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Top: Arleigh Burke-class (DDG 51) Flight III destroyer ; Above: LPD 29, the 13th San Antonio-class amphibious transport dock

Ingalls Shipbuilding lands major contracts to continue being a state economic driver

By BECKY GILLETTE

PASCAGOULA—It has been a banner year for the state’s largest private employer, the Ingalls Shipbuilding division of Huntington Ingalls Industries. In September Ingalls was awarded a $5.1 billion fixed-price incentive, multiyear procurement contract for construction of six Arleigh Burke-class (DDG 51) Flight III destroyers for the U.S. Navy. That is in addition to a $1.43 billion contract awarded in April for detail design and construction of LPD 29, the 13th San Antonio-class amphibious transport dock.

Also, in 2018, the state of Mississippi approved the fourth element ($45 million) of a five-year, $200-million total investment in bond funds with a match from Ingalls of $400 million toward revitalizing of the west bank of Ingalls. There’s one $45 million increment left to be approved in 2019. Ingalls also announced it was spending $100 million to reopen the east bank, which had been closed since Hurricane Katrina in 2005.

“We are fortunate to be in the State of Mississippi,” said Ingalls Shipbuilding President Brian Cuccias. “Ingalls is blessed to be in such a great place. We get great support from the Governor, Lieutenant Governor, Speaker, legislators, and state agencies. The State is investing significant funding support, matched more than 2-to-1 by Ingalls, for our Shipyard of the Future modernization program. This modernization will make this shipyard the most modern in the country, if not the world. Our 80-year partnership with Mississippi has allowed us to put ourselves on a different playing field at a higher level than we would have been on otherwise.”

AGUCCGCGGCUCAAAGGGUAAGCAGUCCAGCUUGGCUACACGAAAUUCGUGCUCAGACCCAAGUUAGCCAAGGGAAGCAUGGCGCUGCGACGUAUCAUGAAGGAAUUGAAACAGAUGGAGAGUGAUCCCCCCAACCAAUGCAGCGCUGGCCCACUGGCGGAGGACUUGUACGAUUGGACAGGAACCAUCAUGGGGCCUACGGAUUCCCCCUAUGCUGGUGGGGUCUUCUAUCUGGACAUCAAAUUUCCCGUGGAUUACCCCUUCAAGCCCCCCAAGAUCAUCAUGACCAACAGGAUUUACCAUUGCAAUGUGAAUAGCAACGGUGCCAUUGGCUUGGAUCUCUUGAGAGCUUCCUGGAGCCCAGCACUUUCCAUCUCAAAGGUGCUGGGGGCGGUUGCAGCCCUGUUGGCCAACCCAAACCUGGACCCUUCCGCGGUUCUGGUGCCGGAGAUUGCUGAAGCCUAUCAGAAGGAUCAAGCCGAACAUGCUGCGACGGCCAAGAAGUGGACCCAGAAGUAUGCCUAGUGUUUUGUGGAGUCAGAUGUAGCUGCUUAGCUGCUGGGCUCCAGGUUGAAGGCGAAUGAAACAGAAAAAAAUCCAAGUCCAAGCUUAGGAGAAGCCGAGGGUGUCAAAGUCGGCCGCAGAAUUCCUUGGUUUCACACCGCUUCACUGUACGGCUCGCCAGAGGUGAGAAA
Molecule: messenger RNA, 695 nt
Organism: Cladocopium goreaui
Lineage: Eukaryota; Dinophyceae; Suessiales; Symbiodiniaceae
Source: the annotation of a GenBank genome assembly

Ingalls has an estimated economic impact of more than $1 billion per year and employs between 11,000 to 12,000 people.

“The people of Ingalls are the reason for our success,” Cuccias said. “I’m really fortunate to lead the finest work force in the world that builds the best warships the world has even known. We have an amazing team of shipbuilders–craftsmen and women, engineers and technical professionals, and support personnel–who are performing great in what the yard does every day.”

Ingalls is a phenomenal asset not just for the state, but the country, Cuccias said. It builds almost 70 percent of the active U.S. surface warfare ships, four different classes of ships simultaneously.

“We are also very proud of our engagement with our community,” he said. “In addition to our community college work-force training programs, we recently reached out to area high schools and helped rebuild some of the career technical facilities at high schools in Pascagoula and Moss Point, as well as at Alma Bryant in Alabama. We have a great partnership with the high schools not only helping with technical training, but also with teaching students how to make good life decisions.”